Saturday, June 22, 2013

Remaining with God When He is Within You

This is from the writings of Nil Sorsky, where he is discussing the “prayer of the heart” – the Jesus prayer; he calls it “pushing the mind into the heart”:

Take your mind and enclose it in your heart while you control your breathing by breathing as seldom as possible…Call on the Lord Jesus with ardent desiring and patience as you resist all thoughts.

…However, if you cannot pray without thoughts in a silenced heart, but you find the thoughts multiplying, do not become discouraged, but remain in prayer…

If you see, Gregory says, the impurity of evil spirits in the thoughts that are presented in your mind, do not be frightened… Do not give any attention to them, but control your breathing as much as you can and enclose your mind in your heart, as you arm yourself by calling on the Lord Jesus…

Later, he adds this, under a section entitled “Continue to Pray in Times of Consolation”:

If, therefore, you see that your prayer is operating unceasingly from the depths of your heart, and you are deeply centered, do not leave your prayer ever to rise and chant, lest your prayer will leave you, due to your negligence. For to leave God within you in order to seek him from outside is like leaving him from the heights to call on him by stopping lower.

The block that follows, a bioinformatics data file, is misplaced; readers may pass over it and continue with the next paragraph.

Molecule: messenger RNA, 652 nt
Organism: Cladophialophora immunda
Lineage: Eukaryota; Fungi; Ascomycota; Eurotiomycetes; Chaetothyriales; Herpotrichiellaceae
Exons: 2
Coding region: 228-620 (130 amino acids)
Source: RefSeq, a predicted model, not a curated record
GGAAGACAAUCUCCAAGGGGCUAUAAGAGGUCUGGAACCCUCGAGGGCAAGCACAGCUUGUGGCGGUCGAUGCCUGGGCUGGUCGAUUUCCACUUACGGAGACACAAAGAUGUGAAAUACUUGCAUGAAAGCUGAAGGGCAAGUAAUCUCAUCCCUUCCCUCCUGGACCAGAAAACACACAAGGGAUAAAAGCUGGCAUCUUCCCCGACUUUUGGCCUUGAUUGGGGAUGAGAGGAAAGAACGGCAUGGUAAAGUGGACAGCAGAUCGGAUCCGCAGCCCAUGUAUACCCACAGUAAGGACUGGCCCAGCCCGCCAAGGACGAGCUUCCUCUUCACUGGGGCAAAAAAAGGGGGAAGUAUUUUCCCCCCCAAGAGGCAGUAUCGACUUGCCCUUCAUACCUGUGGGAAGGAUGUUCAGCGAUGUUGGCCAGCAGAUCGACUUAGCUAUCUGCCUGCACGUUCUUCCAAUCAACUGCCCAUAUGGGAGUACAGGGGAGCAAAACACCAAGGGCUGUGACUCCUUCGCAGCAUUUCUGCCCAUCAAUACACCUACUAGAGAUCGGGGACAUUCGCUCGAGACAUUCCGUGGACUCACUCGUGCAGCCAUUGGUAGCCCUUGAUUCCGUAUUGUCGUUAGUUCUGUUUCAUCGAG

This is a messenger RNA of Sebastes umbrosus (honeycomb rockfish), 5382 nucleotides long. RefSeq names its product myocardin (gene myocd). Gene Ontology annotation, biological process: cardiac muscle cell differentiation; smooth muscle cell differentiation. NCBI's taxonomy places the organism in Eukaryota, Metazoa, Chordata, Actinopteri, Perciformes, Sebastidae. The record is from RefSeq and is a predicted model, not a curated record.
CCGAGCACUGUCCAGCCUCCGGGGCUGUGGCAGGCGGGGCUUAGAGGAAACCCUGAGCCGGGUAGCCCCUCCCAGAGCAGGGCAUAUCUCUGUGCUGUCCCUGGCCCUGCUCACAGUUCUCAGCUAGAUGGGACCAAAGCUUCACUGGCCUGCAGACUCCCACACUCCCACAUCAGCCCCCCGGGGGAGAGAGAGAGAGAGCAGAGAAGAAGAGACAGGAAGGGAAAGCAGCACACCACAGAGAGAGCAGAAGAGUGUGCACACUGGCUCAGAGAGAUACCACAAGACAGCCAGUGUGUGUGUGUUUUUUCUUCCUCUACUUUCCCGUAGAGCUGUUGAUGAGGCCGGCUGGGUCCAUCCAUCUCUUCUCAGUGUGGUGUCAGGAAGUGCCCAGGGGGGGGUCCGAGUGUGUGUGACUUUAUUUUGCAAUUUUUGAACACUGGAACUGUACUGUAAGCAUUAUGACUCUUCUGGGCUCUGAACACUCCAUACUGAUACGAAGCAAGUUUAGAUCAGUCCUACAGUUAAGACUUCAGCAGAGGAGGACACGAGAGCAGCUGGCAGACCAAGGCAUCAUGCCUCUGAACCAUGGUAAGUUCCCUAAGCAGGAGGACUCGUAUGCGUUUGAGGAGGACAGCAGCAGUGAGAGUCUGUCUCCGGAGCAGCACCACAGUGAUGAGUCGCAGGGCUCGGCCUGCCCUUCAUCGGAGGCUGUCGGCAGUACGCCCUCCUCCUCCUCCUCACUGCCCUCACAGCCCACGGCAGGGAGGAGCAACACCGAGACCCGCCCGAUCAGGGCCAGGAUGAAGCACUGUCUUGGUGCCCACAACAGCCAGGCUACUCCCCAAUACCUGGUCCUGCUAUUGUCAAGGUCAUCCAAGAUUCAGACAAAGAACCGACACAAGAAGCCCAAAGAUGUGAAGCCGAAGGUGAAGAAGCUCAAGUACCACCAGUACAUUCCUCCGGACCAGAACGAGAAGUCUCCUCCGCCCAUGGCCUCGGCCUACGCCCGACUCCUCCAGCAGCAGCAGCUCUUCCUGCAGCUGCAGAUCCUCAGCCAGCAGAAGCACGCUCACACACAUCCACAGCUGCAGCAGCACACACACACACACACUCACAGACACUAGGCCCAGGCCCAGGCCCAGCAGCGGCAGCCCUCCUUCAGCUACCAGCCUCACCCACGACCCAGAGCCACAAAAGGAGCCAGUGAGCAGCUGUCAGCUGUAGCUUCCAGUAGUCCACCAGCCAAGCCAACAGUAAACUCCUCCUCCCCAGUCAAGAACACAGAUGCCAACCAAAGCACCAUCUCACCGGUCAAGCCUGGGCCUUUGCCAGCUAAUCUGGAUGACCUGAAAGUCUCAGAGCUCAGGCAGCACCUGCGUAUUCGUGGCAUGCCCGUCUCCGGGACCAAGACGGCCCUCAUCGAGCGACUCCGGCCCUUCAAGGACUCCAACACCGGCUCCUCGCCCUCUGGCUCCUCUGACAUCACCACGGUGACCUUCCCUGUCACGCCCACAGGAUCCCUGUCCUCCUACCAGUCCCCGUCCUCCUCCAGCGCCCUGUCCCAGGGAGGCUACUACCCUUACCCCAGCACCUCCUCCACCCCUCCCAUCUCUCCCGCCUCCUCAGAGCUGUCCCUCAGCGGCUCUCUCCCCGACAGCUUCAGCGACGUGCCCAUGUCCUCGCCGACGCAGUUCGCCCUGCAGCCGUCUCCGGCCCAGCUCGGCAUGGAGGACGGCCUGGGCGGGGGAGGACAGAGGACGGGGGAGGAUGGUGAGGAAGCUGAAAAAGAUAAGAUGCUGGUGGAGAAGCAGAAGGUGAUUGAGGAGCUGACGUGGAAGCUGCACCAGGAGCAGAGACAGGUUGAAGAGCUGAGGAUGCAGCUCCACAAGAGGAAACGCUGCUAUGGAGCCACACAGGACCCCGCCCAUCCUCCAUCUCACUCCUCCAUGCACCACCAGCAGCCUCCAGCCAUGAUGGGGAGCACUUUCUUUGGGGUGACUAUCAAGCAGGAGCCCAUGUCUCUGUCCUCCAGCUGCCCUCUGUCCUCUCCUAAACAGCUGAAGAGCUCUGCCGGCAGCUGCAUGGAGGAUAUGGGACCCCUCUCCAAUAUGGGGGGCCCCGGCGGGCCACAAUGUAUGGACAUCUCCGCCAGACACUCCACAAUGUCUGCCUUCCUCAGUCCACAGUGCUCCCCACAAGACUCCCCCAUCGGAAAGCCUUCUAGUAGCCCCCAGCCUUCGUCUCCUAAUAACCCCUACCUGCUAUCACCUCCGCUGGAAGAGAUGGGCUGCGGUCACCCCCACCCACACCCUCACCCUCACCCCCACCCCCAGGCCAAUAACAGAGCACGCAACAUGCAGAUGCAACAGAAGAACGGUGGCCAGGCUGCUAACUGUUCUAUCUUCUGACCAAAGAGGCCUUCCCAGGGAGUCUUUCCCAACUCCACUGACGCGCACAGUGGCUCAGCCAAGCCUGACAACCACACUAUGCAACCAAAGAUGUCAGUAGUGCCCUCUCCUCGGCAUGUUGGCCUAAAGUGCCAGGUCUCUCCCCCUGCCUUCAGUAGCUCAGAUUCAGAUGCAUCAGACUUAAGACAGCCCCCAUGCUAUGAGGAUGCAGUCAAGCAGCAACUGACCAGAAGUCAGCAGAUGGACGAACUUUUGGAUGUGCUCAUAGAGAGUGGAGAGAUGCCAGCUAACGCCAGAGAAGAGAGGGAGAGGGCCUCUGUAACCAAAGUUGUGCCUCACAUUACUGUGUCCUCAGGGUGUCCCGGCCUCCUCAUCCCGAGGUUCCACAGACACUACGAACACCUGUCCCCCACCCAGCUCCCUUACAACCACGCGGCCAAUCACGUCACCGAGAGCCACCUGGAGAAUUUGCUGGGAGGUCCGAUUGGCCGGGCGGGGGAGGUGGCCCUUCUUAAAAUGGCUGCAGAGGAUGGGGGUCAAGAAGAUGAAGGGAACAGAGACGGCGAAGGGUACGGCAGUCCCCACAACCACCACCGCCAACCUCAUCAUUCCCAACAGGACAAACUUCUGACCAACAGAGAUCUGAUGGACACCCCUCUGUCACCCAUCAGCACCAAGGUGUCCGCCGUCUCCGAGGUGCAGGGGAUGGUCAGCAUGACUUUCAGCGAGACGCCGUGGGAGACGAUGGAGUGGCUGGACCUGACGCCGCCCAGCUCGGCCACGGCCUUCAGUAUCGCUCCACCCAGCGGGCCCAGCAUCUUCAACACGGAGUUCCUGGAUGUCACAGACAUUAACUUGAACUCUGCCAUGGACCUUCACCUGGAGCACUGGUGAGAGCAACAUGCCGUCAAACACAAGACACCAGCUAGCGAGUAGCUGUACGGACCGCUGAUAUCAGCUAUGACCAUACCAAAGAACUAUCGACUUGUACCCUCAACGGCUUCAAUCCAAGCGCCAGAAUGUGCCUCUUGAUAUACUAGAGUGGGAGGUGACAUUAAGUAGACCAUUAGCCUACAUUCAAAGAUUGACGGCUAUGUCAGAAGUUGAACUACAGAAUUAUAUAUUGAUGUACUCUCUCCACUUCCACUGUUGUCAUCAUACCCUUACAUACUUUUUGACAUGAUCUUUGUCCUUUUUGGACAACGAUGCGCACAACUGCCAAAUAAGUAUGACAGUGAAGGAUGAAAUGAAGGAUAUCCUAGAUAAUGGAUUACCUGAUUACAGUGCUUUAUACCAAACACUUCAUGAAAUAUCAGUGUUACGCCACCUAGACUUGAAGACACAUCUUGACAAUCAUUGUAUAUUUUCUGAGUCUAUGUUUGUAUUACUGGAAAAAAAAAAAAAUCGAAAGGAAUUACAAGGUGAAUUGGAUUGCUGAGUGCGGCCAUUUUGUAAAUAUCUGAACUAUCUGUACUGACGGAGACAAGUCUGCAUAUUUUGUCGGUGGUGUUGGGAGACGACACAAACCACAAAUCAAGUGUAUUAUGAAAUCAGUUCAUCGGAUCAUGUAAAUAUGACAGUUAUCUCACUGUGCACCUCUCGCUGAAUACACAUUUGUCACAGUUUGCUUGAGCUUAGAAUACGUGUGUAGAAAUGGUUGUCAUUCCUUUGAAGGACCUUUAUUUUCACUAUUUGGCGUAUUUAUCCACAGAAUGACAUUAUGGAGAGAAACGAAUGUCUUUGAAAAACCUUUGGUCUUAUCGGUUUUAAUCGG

I like that. If one has been given the grace to be fully enveloped in the Jesus prayer, he says, it would be foolish to leave that communion with God in order to rise and pray the Divine Office… “leaving God within you in order to seek him from outside”.

When I pray the Divine Office, of course, I am usually alone. That gives me some freedom to adjust the times when I pray, and also to adjust my behavior to whatever God allows to happen in that time of chanting the office. Especially during vigils, I am sometimes struck by the meaning of a particular verse – a flash of insight will come over me. At times, I pause and meditate for a few moments on that insight. Since I am alone, I have that liberty. My spiritual director once told me that when those moments come, I should stop and let the thought/prayer complete itself; if you just keep forging ahead, you will never recapture that moment and the meaning you grasped at that time.

I guess we need to strive to be aware of God’s grace at work in our prayer life so that we can take full advantage of the ways in which he seeks to speak to us.

Lord Jesus Christ, have mercy on me.

(The quotes are from Nil Sorsky: The Complete Writings, Paulist Press)

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